At the time, people still weren’t sold on the spelling of “cigar,” which is spelled on the letterhead as “Cigars” and written on the receipt as “Segars.” Major Frederick Townsend was laying in some supplies, having just returned from the Civil War battlegrounds to serve as acting assistant provost marshal general.

Taking a close look at that vignette, I’m pretty sure the building still stands, either expanded or with its cornice joined to its old neighbor, which wasn’t an uncommon practice.

Letters from Keeler’s

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Yesterday Hoxsie got so wrapped up in Keeler’s story of ice and fire that I didn’t get to focus on the letterhead from the Biggert Collection.

This letter on hotel stationery from 1901 sends Friend Hatcher some directions:

“I get to write you today to say that I will not be at home until the last of the week Friday or Saturday Expect to be there Friday if all works right. Did you see C.M. [?] Sumner and send those dowel rod down they should be 3/4 inch diameter and are for the trus[s] back of the Board. I suppose he has them in length long enough for two rods up the back of the board. . . .” And there our fascinating conversation about dowels ends.

Keelers letter.jpgA later letterhead gives us a better impression of exactly where Keeler’s stood, showing the streetcars on Broadway and the Capitol in the background. This note from 1917, just a bit more than a year before the end of Keeler’s, smacks of corporate intrigue:

“Dear Sir: He says he has no objection It don’t make any diff. if he has as long as the vote is three to one. If there is nothing doing on this deal I shall employ Amesbury [?] lawyer and have him sell, so as to get my share no matter what it costs. A case of have to with me.”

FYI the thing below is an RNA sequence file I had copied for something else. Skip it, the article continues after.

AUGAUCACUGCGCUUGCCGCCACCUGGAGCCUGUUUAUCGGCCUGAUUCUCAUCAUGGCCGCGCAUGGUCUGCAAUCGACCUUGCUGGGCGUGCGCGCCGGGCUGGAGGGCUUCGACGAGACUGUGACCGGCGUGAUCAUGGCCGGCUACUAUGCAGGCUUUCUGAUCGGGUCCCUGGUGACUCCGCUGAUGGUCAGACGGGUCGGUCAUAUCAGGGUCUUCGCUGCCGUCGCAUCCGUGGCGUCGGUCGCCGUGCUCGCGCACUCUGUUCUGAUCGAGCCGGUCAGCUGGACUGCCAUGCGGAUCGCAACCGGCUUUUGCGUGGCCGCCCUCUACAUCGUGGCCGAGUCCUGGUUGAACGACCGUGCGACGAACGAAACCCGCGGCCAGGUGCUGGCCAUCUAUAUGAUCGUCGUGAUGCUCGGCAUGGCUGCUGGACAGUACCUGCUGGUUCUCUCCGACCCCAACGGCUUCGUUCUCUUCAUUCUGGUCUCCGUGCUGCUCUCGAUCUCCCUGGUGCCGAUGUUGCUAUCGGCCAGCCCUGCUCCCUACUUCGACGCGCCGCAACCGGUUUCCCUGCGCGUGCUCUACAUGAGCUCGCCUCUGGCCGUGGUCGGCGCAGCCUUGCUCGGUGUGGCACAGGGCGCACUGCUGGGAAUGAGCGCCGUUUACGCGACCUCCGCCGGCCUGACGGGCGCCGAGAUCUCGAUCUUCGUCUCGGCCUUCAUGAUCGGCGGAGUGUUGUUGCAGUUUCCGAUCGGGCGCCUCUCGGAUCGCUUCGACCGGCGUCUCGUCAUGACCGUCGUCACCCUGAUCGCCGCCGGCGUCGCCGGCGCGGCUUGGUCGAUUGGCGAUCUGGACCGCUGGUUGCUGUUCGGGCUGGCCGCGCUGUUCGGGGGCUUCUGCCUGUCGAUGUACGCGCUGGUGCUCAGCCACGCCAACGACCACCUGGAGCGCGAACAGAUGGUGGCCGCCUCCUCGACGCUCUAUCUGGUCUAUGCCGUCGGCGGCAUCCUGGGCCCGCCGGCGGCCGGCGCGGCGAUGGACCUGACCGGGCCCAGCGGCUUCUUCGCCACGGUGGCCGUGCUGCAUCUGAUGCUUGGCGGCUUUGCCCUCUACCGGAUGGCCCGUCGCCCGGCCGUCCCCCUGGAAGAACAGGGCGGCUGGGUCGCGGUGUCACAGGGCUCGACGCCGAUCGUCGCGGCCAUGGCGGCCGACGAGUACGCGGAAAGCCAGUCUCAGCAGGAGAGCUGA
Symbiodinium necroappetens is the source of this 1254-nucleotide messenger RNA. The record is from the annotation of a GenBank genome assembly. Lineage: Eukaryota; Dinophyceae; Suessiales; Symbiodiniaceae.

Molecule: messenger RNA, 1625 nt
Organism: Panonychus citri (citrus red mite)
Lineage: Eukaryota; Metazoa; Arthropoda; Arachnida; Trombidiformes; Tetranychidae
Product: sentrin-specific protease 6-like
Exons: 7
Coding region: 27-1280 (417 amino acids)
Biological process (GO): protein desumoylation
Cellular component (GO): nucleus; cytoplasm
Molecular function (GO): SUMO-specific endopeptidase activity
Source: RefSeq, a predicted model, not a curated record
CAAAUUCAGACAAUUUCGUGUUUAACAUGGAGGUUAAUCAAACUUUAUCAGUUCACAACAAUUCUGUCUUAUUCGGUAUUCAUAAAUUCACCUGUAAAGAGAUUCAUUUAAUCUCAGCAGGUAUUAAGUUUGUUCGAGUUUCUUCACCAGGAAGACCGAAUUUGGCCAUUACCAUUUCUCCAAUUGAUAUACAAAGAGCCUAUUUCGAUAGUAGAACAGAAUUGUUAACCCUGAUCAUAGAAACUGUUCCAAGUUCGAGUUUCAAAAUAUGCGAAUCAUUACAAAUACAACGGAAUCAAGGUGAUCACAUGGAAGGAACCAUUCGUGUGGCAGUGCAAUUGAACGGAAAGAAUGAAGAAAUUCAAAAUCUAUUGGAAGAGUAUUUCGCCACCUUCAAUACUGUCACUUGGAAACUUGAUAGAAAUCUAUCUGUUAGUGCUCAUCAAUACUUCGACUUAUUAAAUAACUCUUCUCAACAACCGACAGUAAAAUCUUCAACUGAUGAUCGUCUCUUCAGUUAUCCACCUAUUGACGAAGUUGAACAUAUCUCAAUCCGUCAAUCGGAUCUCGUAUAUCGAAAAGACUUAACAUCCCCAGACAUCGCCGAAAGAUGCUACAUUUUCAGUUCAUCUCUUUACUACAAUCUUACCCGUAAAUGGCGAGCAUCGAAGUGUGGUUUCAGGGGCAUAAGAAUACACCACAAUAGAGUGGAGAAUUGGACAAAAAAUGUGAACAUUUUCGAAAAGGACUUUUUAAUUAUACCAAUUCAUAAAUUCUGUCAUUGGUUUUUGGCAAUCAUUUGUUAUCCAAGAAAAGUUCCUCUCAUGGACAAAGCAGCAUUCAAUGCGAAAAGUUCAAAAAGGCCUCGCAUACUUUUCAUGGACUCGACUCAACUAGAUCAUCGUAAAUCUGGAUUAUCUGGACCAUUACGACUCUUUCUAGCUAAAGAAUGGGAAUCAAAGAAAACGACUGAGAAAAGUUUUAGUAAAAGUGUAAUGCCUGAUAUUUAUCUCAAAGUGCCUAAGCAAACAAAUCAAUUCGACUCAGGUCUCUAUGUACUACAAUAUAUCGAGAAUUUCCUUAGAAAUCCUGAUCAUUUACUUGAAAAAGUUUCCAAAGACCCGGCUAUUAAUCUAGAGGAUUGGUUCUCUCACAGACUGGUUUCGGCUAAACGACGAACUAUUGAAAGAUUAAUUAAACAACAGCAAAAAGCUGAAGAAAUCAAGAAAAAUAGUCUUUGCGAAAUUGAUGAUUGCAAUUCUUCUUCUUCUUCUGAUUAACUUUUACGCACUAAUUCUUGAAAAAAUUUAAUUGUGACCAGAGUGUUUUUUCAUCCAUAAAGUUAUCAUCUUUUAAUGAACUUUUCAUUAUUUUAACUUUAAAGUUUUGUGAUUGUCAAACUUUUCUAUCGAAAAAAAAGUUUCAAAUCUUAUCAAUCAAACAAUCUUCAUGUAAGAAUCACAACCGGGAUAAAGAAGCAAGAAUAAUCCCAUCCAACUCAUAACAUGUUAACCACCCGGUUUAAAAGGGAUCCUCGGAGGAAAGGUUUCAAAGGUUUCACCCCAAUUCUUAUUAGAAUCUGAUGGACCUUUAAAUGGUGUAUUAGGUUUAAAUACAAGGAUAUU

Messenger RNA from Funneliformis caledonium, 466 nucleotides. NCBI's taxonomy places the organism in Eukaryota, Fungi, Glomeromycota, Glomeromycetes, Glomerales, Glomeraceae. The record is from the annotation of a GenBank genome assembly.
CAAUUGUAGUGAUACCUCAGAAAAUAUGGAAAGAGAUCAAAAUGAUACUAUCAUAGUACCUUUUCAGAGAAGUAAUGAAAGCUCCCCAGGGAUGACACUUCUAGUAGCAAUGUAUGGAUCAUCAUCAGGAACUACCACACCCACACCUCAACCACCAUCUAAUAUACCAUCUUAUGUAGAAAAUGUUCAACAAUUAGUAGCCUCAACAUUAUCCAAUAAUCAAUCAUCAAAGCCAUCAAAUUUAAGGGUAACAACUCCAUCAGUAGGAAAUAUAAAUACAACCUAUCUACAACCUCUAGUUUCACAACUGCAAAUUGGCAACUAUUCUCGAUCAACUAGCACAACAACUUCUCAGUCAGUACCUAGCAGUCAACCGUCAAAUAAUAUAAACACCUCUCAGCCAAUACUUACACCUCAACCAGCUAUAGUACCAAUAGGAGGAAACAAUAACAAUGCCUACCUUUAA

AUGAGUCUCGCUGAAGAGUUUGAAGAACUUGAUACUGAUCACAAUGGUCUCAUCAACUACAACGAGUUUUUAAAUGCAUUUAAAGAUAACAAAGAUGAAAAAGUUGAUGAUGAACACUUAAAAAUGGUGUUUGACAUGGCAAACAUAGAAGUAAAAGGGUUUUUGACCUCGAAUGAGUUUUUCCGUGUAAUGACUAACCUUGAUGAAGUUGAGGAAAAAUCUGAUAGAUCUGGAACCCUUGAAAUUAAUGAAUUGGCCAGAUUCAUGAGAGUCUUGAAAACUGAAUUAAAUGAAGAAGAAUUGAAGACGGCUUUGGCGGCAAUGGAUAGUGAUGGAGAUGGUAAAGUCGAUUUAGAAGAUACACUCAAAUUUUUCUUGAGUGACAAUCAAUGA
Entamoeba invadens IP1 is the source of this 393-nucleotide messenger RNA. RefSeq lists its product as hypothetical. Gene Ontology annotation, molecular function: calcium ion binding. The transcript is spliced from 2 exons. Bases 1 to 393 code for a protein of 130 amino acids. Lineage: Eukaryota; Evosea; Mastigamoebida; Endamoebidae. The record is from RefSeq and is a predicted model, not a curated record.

Keeler’s Hotel

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For a long time, Keeler’s was the hotel in Albany, even among other highly respected establishments such as The Kenmore and The Ten Eyck. As Dr. William Henry Johnson wrote in 1900, “Keeler’s Hotel, corner Broadway and Maiden lane, is one of the finest hotels in the State, complete in every particular.”

Keeler’s was on the west side of  Broadway at Maiden Lane, about where the Arcade Building is today. William Henry Keeler was born in 1841. According to the Albany Rural Cemetery website, “In 1863, he opened Keeler’s Oyster
House at State and Green Streets, which soon became the most popular and famous
oyster house in upstate New York.  He
sold the oyster house to his brother in 1870.  In 1886, he opened a restaurant at 26
Maiden Lane.  In 1890, he purchased
the property from his restaurant through to Broadway and built Keeler’s Hotel.” He died in 1918 and is buried, like any good Albanian, in the Rural Cemetery.